Back in the day, rumors and myths used to spread slowly until they grew into commonly accepted truths. We can look back at that time with derision, realizing how much better informed we are now. Thanks to the Internet we have the resources to rise above these foolish traditions and be truth seekers.

All of which sounds noble in theory, but in practice we often prefer to ignore our access to verification and accept random misinformation. As an example, despite years of rebuttal many still believe poinsettias to be poisonous. They are not. They also are not edible, so don’t include the leaves in your Christmas salad.

The persistence of this rumor may be in part due to poinsettias being related to some plants that are toxic. But being related to something toxic doesn’t make you toxic. At least that’s what I tell myself when witnessing familial behavior at holiday gatherings. Although some still assume they are dangerous, poinsettias continue to be a Christmas favorite — and thanks to extensive breeding, have become much more durable.

If you follow two simple guidelines you can keep your poinsettias looking good until the last piece of tinsel is vacuumed out of the carpet.

1) Protect from cold. Don’t transport poinsettias outside without a sleeve (the wrappers they are usually sold with); this is especially important in keeping the cold, dry Magic Valley wind off of them. Don’t leave them in an unheated car for more than just a few minutes; poinsettias will be damaged if exposed to temperatures below 40 degrees. They will tolerate 40 degrees for a short time but prefer temperatures of at least 60 degrees.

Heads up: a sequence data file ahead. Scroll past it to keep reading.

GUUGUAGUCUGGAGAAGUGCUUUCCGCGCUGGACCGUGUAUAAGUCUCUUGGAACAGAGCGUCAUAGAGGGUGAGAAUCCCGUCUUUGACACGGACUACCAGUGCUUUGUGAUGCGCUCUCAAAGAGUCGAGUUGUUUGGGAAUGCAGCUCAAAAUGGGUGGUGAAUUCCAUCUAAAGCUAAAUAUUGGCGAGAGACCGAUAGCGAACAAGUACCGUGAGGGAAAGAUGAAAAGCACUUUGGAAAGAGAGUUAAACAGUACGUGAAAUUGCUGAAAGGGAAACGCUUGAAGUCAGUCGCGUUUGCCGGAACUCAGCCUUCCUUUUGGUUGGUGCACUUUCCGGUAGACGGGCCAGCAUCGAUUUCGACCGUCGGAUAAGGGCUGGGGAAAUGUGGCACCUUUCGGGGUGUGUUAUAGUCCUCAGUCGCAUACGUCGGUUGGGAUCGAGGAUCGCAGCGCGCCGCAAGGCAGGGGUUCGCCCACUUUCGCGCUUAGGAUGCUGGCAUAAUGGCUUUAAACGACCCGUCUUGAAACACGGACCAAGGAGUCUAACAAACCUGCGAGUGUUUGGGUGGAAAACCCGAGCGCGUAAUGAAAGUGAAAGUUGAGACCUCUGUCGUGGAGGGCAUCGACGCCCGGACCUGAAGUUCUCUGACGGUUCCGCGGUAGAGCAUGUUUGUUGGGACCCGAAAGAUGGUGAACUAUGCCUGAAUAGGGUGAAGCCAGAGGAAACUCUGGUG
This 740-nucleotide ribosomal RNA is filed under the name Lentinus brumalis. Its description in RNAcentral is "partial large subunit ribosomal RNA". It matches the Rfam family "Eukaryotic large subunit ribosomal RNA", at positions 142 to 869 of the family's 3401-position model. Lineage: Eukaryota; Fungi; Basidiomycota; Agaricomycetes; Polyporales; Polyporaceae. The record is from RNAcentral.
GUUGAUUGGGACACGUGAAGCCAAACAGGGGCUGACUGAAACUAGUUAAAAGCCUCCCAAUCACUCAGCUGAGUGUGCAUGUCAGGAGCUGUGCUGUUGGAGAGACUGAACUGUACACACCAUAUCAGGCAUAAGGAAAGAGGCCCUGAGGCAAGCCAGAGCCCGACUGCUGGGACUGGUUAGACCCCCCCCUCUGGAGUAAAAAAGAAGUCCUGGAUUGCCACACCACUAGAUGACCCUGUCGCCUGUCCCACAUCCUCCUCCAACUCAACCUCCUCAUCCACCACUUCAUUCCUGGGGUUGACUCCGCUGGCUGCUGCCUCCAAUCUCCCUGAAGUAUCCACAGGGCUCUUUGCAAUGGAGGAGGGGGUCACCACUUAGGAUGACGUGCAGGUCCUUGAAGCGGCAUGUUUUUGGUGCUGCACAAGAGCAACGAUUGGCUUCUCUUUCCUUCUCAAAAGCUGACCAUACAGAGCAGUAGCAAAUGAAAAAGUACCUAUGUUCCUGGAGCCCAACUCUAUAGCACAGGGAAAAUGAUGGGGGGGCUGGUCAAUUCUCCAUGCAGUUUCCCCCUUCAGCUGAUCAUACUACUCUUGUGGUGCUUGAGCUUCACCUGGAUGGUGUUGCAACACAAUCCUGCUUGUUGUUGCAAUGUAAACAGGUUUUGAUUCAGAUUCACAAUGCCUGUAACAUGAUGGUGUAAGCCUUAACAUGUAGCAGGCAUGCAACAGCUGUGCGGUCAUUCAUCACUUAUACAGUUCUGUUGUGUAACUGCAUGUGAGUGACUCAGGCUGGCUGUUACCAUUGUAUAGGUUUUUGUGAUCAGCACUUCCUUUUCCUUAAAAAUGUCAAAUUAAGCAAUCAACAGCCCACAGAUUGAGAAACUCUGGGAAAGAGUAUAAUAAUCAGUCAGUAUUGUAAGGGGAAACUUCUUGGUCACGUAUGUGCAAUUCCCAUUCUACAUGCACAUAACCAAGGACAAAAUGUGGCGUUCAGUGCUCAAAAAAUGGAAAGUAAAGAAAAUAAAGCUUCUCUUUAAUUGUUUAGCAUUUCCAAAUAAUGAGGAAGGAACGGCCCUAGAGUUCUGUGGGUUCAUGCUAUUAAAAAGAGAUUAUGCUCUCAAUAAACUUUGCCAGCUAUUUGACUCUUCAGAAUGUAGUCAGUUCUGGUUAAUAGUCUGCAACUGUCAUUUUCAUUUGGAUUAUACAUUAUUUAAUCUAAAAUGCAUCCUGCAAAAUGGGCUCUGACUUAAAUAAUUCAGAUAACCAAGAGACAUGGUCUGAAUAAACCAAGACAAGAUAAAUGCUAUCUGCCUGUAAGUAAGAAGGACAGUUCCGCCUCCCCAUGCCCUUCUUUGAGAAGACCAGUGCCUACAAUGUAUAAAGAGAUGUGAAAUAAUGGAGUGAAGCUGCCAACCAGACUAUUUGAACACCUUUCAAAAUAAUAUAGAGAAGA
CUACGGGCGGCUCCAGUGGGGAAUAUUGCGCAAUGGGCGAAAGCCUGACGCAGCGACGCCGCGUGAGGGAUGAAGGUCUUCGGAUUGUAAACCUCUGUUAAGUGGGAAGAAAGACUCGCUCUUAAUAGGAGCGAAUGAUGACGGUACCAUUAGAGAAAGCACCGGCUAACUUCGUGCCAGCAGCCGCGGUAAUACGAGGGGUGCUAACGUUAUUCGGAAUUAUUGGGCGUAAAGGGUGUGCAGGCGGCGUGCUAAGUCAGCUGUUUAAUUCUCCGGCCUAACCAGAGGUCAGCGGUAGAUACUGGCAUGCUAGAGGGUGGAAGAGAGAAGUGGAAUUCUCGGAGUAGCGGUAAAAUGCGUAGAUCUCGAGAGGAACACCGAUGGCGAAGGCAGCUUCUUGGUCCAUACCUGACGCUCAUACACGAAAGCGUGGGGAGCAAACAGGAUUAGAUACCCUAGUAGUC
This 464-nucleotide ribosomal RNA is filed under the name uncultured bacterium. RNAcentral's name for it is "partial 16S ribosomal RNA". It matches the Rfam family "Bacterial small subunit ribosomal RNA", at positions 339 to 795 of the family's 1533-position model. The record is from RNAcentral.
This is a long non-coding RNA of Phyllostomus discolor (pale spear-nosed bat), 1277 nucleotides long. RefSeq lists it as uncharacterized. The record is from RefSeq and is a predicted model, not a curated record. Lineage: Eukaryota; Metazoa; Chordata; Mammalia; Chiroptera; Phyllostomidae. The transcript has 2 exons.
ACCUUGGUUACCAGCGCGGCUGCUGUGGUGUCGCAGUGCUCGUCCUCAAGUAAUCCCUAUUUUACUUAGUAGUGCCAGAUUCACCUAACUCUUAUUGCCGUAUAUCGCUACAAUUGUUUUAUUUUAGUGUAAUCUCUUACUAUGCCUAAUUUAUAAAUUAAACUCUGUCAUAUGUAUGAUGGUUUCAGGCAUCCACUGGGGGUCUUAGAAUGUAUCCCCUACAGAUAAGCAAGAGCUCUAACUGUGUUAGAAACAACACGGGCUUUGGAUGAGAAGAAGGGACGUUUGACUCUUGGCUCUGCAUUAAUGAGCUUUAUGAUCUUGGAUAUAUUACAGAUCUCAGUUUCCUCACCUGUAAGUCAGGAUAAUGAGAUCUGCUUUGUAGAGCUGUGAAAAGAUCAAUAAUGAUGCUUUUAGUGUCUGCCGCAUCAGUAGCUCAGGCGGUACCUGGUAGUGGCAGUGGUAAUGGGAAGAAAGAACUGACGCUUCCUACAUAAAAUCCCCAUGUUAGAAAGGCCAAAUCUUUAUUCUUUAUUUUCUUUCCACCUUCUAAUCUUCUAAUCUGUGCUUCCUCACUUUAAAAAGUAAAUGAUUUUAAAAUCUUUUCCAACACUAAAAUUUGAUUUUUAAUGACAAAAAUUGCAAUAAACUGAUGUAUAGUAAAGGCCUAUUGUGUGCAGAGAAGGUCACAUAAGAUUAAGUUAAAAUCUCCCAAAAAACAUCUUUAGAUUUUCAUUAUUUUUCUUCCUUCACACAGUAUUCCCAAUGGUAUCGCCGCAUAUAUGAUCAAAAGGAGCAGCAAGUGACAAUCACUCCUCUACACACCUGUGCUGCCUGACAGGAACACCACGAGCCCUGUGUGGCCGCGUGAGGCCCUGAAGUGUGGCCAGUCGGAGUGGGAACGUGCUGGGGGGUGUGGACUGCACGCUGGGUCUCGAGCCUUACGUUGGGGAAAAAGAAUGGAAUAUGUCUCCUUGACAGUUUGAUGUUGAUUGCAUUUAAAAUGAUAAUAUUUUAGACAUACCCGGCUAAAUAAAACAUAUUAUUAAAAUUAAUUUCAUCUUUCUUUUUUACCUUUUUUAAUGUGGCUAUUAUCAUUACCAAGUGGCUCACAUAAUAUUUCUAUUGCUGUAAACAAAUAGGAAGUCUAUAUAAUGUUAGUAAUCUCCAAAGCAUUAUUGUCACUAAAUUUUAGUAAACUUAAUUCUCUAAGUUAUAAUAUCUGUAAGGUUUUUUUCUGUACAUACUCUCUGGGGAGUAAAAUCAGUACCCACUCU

2) Watch the water. Most poinsettias come with a pot cover that keeps them from dripping water onto your table or floor. However, don’t allow water to stay in the bottom of this cover for over 30 minutes. Depending on the temperature of the room they are displayed in, poinsettias should be watered one to three times a week; usually every four to five days is enough. It’s OK if the soil surface becomes slightly dry, but don’t allow the soil to become any dryer than that.

After the New Year I recommend putting the stale sugar cookies and the poinsettia in the same place, the garbage.

Some people have successfully re-bloomed a poinsettia for the following Christmas, but then some people have climbed mountains over 20,000 feet. In my opinion both of these projects have costs far outweighing the benefits. To get a poinsettia to re-bloom on schedule you need to provide 14 hours of uninterrupted darkness each night and bright light for the other 10 hours. And you need to do this faithfully for six to eight weeks starting Oct. 1.

I have never tried to get a poinsettia to bloom at home, but then I have never tried performing heart surgery at home either.

After working for years in commercial greenhouses in Idaho and Utah, Susan Harris of Shoshone is a garden designer and garden coach. Reach her at colormygarden@cableone.net.

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